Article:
By Patrick Avenell
SYDNEY: Panasonic have used the Sydney launch of their new HD and Blu-ray products to show off two new prototypes. With the sheer volume of PR spin and media management, it is sometimes too easy to get carried away, but these two new TV models excited even the most journeyed technology reporter.
The first was an ultra-thin 50-inch PDP prototype that delivers an incredibly sharp image. The panel is just 24.7mm thick, about the same as a standard USB drive, and weighs only 22kg. This represents a 50% reduction in the weight from their previous range. The advantage of this is in flexibility. The slimline design and modest weight enable great versatility in viewing conditions. It can be wallmounted, suspended from wires or even supported by a single metallic stand with a swivel function.
The most important aspect to a television, however, is not shape, size or versatility – it’s the image displayed. The Panasonic PDP prototype delivers an image sharper – noticeably sharper – than any TV currently on the market. The definition of foreground from background was stunning and the colour contrasts were dynamic. There is no doubt that this model has taken significant research and development to produce, and it will be a high-end product, but once on the retail market it will be popular with people who crave the best in television playback.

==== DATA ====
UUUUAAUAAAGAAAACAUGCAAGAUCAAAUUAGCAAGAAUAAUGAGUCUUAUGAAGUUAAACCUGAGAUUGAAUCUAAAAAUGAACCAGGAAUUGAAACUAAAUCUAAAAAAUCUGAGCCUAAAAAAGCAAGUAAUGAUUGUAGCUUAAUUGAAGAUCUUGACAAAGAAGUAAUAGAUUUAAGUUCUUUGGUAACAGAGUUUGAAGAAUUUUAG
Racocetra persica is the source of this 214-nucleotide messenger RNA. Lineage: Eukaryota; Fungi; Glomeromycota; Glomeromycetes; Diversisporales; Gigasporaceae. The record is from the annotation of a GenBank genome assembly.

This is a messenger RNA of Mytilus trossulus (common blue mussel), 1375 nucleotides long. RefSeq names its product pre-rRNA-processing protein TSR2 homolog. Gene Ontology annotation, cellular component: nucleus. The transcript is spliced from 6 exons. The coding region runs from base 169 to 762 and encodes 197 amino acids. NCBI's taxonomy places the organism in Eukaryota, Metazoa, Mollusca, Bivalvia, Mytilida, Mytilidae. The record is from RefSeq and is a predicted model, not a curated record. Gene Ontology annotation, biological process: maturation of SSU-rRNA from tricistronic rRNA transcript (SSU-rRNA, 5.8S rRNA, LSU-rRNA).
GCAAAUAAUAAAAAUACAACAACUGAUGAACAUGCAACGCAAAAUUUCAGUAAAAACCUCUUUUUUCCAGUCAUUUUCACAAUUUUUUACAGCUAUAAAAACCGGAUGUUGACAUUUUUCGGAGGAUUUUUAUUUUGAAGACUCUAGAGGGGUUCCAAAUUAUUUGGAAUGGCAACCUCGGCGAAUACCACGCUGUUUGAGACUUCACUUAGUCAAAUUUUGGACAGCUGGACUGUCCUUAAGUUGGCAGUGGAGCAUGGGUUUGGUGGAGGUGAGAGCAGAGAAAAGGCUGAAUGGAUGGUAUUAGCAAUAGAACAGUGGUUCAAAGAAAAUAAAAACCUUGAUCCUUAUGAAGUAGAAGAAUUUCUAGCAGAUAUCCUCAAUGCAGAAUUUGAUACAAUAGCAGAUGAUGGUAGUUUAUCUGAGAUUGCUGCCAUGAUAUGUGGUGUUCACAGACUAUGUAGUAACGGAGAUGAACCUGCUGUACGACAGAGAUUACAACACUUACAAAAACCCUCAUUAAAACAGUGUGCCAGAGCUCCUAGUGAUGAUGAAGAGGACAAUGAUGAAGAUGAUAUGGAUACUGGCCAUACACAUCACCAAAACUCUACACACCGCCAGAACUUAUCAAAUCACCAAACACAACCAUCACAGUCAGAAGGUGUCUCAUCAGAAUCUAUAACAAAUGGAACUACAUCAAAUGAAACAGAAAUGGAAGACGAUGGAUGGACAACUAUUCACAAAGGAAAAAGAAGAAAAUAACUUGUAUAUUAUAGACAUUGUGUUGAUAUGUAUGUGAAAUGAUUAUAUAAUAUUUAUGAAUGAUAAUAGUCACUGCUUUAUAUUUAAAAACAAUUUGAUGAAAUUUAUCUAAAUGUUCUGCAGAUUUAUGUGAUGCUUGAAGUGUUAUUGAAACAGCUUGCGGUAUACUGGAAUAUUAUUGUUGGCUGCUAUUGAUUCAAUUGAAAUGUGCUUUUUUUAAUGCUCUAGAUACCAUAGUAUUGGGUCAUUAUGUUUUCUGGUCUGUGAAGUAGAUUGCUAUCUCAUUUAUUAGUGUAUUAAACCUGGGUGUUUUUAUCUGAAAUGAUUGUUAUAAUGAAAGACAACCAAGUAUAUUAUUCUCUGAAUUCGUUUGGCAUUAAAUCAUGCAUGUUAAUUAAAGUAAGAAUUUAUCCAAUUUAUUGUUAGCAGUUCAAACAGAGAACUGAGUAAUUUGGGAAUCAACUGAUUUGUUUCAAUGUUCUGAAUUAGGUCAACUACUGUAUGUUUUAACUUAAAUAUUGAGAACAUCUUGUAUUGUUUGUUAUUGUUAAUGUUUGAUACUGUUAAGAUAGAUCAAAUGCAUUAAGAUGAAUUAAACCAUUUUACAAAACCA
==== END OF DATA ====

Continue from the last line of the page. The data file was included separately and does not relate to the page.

The second prototype on display was Panasonic’s answer to the hybrid car – a 42-inch, 1080p HD plasma that halves energy consumption while maintaining brightness. For those that describe themselves as ‘climate change sceptics’, the brightness can be doubled whilst maintaining the current levels of energy consumption.
Panasonic’s category marketing manager (home entertainment and TVs), Adam Roberts, was keen to highlight how the green movement has influenced the manufacturer. “Panasonic are very aware of the environment and support initiatives to look after the environment,” Roberts said.
In addition to the reduction in energy consumption of the new models, Roberts also noted that when the TVs are switched off permanently they’re still environmentally friendly. “None of our models have lead or mercury – which helps in the eventual disposal of them,” continued Roberts.
Mass production is set to commence at the soon-to-be-finished Panasonic labs in Amagasaki, Japan – this could be as early as 2009.